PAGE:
Sadly, this was the last episode of The Street, and it would appear that Jimmy McGovern has no plans to pen another series, given that it can’t be filmed in its historical home at Granada Studios.
The studios were axed as part of cost cutting measures, but it was a stroke too far for McGovern who told BBC’s Radio 4 ‘Front Row’ programme that he wouldn’t be interested in producing the drama elsewhere.
He said, “It’s finished now because ITV have closed down that drama unit. I’m sure that’s why Michael Grade left, because it was a content-led revival, he said, and they’ve closed down the producers of the best content.”
When asked why he wouldn’t allow filming at alternative studios, McGovern said, “I wouldn’t want to. It belonged there [at ITV Studios]. All the people have gone.
“You live and breathe with people you walk into busy rooms and see people working hard, the casting, the make up the wardrobe even the receptionists, and the next minute they are all gone.
“It’s so sad – one of the best dramas ITV has ever made and it’s gone.”
Amen to that.
The Street is exceptional on many fronts; it’s not just well written, its stellar cast transport it from the realms of bog-standard TV fare into something for the real connoisseur, yet it appeals to a wide demographic because of the believability and relevance of the characters and storylines.
And last night’s final offering was one of the best. I guess McGovern adheres to the rule about going out on a high, and in devoting this last show to the chameleon like talents of Timothy Spall, McGovern, yet again, got it just right.
We’ve seen Spall’s character, Eddie, periodically throughout most of the episodes – probably more than any other actually – and last night, we witnessed him in devastatingly good form as he parlayed the tale of the hapless Eddie into something so humanly real and relatable, he ought to win a bag load of awards.
Eddie isn’t anything special, and that’s what makes him special. You’d pass Eddie on the street and forget about him thirty seconds later. He’s the bloke who’s perennially in the pub but nobody knows his name. He’s the bloke who fashion left behind and who needs a decent haircut… a nobody. We all know lots of them, but guess what? Nobodies have tragedies too, just like everyone else.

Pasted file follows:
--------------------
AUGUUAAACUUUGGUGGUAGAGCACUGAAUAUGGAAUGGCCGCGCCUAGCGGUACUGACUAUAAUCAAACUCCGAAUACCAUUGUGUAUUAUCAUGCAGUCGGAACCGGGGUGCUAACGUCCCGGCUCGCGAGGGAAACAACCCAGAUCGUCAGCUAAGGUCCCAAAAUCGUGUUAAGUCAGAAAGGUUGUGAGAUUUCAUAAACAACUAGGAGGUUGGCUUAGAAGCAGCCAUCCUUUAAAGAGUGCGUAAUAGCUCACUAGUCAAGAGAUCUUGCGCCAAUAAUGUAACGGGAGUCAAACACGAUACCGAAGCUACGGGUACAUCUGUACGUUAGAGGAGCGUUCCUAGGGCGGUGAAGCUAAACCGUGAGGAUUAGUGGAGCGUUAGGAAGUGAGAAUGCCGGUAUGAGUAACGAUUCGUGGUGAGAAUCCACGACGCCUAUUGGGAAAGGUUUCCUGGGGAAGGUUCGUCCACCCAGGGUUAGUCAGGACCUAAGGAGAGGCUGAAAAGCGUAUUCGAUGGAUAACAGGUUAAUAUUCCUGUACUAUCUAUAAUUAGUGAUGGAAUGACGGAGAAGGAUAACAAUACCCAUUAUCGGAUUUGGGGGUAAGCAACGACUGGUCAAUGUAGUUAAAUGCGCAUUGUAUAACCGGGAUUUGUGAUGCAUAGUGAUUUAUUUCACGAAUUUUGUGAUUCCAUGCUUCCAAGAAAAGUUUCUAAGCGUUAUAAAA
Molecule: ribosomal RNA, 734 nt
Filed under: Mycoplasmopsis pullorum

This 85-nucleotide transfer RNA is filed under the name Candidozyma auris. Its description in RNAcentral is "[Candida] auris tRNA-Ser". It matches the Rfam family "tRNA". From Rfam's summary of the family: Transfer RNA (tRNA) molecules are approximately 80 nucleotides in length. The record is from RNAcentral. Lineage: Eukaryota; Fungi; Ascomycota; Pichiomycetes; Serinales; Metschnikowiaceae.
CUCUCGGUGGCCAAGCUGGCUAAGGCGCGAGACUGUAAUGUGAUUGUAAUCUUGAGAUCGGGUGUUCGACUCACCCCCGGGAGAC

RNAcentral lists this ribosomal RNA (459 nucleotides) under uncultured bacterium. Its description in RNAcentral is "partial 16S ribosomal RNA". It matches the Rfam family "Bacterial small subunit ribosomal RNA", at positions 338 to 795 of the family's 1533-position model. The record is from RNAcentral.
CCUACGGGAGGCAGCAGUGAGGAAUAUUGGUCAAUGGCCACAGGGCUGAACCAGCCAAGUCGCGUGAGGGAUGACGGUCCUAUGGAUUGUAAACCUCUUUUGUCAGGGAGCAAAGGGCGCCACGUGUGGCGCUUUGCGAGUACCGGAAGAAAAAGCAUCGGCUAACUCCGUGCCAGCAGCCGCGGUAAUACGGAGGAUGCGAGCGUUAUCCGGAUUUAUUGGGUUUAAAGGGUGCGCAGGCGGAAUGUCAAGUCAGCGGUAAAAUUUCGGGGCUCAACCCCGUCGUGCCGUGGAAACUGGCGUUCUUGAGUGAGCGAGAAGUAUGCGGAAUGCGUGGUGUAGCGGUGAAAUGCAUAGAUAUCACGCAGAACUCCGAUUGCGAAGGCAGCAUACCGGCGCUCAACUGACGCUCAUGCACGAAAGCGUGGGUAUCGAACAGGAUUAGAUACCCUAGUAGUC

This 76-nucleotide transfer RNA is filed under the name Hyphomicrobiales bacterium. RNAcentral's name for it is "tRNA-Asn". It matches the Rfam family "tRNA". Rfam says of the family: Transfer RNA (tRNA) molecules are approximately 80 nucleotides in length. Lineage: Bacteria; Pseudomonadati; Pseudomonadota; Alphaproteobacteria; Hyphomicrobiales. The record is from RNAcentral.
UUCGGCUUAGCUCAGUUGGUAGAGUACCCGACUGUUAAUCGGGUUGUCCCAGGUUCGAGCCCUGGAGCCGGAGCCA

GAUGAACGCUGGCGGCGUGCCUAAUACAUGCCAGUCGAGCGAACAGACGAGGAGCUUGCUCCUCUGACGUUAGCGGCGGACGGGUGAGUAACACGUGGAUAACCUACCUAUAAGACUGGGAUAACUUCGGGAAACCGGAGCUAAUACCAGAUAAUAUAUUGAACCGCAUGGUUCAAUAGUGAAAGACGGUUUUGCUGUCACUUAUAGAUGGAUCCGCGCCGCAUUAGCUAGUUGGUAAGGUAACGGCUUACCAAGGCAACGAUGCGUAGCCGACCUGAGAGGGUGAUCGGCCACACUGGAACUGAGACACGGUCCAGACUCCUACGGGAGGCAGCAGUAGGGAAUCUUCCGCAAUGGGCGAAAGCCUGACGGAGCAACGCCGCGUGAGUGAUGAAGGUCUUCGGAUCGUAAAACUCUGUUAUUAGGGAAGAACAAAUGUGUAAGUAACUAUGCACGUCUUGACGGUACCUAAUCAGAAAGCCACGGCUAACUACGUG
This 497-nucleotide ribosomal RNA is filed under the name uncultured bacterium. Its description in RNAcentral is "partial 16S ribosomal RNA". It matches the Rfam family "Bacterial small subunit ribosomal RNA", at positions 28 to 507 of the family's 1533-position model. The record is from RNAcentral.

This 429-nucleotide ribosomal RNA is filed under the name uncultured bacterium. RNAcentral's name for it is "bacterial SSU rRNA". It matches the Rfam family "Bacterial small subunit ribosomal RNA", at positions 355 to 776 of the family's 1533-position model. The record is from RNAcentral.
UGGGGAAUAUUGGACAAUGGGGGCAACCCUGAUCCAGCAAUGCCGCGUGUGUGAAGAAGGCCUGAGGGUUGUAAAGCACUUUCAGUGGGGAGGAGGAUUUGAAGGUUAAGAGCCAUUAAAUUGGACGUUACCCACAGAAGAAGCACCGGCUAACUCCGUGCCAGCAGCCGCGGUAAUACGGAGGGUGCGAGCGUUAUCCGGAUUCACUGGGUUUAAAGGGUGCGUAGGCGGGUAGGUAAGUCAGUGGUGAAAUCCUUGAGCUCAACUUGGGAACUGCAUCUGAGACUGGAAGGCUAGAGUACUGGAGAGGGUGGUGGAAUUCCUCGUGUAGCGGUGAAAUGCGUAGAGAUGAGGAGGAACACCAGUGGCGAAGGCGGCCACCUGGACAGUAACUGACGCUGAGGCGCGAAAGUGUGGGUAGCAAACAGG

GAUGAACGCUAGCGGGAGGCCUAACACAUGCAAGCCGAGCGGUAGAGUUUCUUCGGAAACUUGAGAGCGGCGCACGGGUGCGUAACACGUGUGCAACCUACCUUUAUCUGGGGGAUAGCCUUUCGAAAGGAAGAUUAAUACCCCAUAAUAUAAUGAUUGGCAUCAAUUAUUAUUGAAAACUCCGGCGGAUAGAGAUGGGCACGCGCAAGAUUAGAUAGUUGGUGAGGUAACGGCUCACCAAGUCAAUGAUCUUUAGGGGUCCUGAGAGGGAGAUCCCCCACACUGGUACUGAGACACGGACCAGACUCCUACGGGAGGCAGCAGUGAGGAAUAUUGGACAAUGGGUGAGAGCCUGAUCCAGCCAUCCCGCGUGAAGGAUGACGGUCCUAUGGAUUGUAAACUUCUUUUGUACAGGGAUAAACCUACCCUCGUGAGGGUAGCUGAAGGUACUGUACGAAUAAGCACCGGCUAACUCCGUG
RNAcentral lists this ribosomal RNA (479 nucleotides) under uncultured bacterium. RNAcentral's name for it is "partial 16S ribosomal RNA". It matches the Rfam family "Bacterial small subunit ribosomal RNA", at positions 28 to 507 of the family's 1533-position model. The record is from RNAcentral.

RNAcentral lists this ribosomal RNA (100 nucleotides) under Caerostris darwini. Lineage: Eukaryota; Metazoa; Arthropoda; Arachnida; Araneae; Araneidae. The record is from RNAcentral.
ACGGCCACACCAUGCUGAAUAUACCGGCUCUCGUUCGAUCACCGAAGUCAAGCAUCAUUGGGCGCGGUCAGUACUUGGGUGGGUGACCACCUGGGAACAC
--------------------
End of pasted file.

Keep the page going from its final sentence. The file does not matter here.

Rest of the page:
We saw last night how Eddie’s colleague, the sad and lonely Sandra – brilliantly played by Ruth Jones and very far removed from her Nessa persona – made a significant play for him and, out of politeness, he ended up sleeping with her.
Yes, I understand that sleeping with someone out of politeness and pity isn’t your run of the mill reason for putting your marriage on the line, but when it’s Eddie, you can believe it to be the case.
He’s mild mannered, unassuming, has low self-esteem and is hugely sensitive. And because of that, he ended up in bed with Sandra while his missus, Margie, was frantic with worry when he didn’t come home. However, he didn’t realise she was at home, given that she’d stormed off to care for her cruel father – against his own and Eddie’s wishes – but when Daddy Dearest typed out a cruel letter to her, Margie had had enough and she went home.
So, when Eddie finally got home the next day, he was horrified to see the police there and a worried Margie began demanding to know where he’d been. Being unable to tell and sustain a lie, Eddie later told Margie the truth about Sandra as they sat together in an Indian restaurant. Not unreasonably, Margie was furious and stormed off to that traditional bastion of female refuge when out for the night, the loos.
There she immediately went into an anger induced asthma attack, and, desperately searching her bag, she realised she didn’t have her inhaler. Horribly tense moments passed in seeing her trying to move air while grappling with the lock on the door. By that time, Eddie had come looking for her, clutching her inhaler as a peace offering.
When finally he realised what was happening, he shinned over the cubicle wall and stroked Margie’s hair as she became cyanosed and took her last, frantic breath on the floor of the loo.
What followed were scenes that would force a tear from the eye of a scarecrow as Eddie had to explain his role in their mother’s death to his kids and endure the agony of Margie’s funeral. If you missed this episode, even if you haven’t seen any others in the series, I’d highly recommend you watch it, which you can do here, on BBC’s iPlayer.
It’s so sad that there will be no more visits to Britain’s other best loved Street, and it’s even sadder that money’s at the heart of depriving us, the viewing public, of that most rare of commodities, a drama that’s actually thought provoking and worth watching every single second of.